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Wednesday, November 20, 2013

Not Enough (Cod)Fish In The Sea?

photo
Monkfish, one of the "trash fish" species that sustainable fisheries advocates say consumers should be eating more of now that cod is depleted. (Rowan Jacobsen)Conveyor belt for caught fish (Rowan Jacobsen)Stray lobster caught while fishing (Rowan Jacobsen)Rowan Jacobsen with a codfish (Rowan Jacobsen)In the "catcher" (Rowan Jacobsen)
Rowan Jacobsen with a codfish (Rowan Jacobsen)

Rowan Jacobsen holds up a cod fish. Pictured above is a monkfish, one of the “trash fish” species that sustainable fisheries advocates say consumers should be eating more of now that cod is depleted. (Rowan Jacobsen)

There’s long been a debate over exactly how many fish there are in the sea — especially cod. Cod has been overfished for decades and because of that, strict catch limits were put in place, particularly in the Gulf of Maine where cod were once plentiful.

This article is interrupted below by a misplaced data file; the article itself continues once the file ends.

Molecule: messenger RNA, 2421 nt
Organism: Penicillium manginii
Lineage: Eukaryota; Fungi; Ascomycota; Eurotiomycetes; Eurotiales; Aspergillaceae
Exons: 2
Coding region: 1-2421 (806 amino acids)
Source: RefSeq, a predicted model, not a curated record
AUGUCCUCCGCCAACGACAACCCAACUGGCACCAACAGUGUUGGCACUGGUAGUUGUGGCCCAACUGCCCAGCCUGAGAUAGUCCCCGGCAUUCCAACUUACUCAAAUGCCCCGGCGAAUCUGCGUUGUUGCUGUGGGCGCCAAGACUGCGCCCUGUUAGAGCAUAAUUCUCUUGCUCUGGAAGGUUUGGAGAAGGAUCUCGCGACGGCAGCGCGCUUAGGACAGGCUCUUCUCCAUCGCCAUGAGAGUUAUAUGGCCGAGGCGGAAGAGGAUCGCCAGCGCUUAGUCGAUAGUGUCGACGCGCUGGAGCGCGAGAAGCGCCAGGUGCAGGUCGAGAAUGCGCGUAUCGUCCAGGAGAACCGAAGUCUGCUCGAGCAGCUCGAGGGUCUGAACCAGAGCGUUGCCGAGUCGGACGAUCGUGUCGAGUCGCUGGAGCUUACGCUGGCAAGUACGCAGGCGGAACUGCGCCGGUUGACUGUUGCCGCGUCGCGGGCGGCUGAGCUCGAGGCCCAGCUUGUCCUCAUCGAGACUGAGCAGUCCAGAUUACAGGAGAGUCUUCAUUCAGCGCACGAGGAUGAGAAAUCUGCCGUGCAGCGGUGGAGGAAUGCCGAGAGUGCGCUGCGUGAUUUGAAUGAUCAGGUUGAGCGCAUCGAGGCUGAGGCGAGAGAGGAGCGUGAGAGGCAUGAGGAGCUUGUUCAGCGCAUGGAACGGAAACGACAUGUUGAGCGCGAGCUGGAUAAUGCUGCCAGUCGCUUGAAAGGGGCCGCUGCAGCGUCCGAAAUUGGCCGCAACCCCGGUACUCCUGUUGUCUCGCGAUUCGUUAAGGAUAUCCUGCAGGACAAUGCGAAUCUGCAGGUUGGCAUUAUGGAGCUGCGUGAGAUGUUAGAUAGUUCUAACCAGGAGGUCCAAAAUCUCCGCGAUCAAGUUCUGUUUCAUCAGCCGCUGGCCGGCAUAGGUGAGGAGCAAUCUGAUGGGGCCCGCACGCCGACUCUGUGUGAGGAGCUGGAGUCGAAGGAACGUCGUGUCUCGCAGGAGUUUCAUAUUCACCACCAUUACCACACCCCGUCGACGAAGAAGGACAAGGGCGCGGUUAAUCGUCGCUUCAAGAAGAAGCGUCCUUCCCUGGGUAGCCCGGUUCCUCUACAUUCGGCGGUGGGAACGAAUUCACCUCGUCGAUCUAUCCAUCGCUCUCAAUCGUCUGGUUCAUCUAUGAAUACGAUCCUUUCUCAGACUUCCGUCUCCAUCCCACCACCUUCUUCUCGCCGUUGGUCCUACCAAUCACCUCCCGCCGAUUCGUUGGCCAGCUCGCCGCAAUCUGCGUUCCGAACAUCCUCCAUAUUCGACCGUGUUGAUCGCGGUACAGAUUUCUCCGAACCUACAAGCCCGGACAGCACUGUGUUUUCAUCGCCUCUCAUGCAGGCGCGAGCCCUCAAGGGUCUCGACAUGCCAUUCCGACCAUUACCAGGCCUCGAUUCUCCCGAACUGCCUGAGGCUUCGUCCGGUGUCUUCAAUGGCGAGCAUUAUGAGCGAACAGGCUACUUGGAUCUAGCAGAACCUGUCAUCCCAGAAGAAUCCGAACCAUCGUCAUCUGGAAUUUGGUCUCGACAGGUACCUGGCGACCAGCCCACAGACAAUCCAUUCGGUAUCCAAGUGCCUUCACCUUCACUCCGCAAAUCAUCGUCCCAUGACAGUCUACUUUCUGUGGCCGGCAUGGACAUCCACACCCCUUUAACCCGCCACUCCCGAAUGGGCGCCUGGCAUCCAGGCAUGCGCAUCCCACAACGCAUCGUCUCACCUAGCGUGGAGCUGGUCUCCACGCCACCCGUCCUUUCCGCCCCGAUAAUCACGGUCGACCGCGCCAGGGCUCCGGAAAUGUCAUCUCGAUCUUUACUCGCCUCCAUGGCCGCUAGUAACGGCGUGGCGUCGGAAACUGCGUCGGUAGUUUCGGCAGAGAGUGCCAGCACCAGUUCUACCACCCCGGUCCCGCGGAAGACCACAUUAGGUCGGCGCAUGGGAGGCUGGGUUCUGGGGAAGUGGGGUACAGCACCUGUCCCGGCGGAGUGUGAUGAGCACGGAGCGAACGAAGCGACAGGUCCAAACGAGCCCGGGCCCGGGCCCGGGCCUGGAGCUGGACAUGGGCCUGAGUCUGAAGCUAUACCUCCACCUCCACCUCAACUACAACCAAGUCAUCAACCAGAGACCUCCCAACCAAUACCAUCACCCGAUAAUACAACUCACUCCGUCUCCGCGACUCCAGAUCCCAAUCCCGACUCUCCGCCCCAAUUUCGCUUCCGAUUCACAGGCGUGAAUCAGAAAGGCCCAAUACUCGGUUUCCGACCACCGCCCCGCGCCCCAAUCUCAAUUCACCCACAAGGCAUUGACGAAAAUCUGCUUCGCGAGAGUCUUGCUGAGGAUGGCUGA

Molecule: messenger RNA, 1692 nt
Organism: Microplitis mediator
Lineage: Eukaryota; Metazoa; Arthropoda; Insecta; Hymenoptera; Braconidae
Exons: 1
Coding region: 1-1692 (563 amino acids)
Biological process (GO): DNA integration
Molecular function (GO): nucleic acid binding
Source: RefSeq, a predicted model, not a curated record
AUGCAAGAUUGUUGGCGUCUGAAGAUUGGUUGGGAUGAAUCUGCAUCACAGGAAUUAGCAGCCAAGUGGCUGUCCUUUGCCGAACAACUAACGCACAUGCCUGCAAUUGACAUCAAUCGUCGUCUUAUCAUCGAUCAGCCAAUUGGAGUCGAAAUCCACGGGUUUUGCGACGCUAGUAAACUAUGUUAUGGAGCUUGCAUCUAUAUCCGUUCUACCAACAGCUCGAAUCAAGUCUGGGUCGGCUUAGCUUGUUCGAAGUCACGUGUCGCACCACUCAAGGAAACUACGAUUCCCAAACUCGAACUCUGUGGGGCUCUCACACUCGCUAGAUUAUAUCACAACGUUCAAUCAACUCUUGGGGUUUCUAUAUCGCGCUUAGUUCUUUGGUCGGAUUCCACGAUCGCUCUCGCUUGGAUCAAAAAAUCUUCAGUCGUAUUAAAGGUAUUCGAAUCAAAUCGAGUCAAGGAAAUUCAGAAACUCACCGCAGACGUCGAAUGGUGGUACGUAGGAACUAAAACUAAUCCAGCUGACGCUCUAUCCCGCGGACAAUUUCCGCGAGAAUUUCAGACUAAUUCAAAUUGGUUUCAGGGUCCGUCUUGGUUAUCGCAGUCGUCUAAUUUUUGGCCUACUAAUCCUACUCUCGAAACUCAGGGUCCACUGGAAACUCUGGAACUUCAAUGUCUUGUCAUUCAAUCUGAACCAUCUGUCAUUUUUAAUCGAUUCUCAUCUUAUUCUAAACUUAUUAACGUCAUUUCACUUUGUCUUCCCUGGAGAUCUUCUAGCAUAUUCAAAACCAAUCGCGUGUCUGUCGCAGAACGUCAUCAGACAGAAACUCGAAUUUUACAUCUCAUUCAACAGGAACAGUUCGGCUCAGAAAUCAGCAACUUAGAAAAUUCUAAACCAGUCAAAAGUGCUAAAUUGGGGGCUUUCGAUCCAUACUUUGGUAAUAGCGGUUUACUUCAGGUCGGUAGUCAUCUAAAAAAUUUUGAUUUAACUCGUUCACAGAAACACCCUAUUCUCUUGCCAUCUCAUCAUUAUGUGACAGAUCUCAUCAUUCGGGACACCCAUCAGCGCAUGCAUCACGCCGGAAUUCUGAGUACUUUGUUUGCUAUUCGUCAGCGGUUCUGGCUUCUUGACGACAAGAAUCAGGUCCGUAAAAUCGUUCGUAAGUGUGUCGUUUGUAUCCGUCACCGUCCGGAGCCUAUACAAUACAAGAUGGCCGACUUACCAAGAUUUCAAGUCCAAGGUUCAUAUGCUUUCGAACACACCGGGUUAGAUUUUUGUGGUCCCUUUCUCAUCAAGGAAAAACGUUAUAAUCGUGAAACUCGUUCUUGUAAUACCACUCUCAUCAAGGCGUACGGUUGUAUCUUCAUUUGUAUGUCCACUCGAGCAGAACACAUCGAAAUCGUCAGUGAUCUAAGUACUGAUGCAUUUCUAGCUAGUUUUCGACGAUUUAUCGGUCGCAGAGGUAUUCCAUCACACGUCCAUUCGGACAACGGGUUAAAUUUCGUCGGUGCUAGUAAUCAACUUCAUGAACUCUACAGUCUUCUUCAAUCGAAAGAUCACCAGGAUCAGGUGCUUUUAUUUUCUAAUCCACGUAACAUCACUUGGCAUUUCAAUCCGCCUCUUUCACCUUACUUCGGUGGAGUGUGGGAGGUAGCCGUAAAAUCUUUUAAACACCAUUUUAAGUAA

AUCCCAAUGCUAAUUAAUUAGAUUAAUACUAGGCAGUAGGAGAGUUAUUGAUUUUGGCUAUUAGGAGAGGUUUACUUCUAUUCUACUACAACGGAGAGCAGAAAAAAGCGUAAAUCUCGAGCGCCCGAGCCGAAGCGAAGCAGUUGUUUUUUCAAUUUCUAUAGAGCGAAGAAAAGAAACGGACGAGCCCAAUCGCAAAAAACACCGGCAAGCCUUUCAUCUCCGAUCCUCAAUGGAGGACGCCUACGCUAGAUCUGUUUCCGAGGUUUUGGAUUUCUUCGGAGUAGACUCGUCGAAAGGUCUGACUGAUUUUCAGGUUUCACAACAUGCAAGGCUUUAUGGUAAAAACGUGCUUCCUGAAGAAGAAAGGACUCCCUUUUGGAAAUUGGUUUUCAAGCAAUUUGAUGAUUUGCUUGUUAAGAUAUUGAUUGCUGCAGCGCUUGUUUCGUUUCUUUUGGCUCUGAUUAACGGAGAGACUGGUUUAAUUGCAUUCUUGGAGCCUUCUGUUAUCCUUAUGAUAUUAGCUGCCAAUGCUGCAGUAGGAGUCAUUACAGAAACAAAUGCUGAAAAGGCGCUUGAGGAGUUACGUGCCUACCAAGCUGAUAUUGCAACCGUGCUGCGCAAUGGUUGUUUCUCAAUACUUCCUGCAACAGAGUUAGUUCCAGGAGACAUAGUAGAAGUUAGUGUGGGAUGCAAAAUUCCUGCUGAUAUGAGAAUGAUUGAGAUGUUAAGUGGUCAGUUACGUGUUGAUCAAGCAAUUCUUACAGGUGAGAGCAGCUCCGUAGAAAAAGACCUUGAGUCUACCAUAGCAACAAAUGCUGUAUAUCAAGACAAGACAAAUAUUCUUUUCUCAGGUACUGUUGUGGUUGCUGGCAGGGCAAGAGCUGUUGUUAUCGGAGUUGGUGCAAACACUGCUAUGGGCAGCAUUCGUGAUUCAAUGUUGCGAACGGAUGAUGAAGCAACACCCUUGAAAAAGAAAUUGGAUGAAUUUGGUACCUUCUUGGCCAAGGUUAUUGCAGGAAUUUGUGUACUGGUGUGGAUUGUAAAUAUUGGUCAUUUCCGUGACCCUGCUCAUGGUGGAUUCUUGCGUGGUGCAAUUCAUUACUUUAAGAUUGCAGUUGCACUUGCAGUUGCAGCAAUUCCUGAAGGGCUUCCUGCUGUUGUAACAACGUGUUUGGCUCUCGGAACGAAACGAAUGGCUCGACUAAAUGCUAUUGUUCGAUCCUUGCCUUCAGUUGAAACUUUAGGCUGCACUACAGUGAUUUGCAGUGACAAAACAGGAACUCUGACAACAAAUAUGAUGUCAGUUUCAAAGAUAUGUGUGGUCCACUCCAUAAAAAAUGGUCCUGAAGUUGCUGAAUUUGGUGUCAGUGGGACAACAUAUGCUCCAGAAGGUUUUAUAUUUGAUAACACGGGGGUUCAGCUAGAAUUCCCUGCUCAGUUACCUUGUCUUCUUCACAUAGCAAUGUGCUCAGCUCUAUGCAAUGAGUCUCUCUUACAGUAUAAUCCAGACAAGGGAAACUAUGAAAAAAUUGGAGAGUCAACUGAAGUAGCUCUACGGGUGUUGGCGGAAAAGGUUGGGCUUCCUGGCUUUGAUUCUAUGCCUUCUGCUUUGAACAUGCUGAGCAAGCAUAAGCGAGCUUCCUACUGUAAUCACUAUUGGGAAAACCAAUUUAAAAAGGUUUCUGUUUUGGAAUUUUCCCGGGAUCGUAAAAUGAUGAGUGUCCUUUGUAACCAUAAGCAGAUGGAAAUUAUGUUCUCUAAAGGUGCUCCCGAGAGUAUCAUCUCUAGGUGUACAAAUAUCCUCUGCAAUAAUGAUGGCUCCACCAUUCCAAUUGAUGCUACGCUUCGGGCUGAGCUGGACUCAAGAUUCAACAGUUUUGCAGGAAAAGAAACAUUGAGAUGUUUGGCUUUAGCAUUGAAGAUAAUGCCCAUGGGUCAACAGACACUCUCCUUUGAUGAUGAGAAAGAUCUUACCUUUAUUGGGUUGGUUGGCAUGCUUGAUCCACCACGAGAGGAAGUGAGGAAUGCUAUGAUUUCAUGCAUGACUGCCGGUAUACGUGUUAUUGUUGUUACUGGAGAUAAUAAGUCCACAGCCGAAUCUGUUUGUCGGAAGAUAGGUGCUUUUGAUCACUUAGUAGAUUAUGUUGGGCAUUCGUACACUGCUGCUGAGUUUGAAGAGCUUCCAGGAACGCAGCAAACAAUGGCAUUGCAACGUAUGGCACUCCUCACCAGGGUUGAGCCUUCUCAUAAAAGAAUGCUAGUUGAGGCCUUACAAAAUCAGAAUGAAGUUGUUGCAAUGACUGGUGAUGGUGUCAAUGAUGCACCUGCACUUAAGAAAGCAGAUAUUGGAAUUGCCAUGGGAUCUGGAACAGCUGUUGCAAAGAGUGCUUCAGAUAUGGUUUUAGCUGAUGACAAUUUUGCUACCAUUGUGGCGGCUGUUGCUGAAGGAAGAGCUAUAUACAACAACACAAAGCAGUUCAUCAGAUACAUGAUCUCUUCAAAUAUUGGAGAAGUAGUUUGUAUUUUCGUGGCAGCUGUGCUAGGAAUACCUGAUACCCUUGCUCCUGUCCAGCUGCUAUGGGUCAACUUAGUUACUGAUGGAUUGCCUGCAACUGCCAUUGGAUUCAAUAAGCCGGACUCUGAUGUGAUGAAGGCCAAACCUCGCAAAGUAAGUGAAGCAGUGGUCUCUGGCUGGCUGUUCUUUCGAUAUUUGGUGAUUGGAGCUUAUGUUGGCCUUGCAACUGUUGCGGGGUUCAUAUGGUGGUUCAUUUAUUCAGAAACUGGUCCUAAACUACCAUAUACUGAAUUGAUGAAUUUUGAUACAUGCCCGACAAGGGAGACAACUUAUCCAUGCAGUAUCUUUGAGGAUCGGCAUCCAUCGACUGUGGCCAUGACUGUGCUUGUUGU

Author Rowan Jacobsen recently volunteered on one of the research expeditions that the National Oceanic and Atmospheric Administration runs to count cod and other fish off the Northeast coast, to determine if fishing cod is as sustainable as fishermen say it is.

They didn’t find much cod, but they did find several other types of fish, including the intimidating monkfish, one of the “trash fish” species that sustainable fisheries advocates say consumers should be eating more of now that cod is depleted.

Rowan Jacobsen speaks with Here & Now’s Jeremy Hobson about his expedition out to sea.

“The real story from, what I’ve seen, is cod are pretty much done — you can just cross them off the list for the foreseeable future,” Jacobsen says. “But there’s a lot of other fish out there — and that’s actually one of the big things we need to do and kind of wrap our heads around, is switching the fish that we look for in a store or in a restaurant from the few that we are familiar with, like cod, to ones that we might not be familiar with, but are abundant and delicious.”

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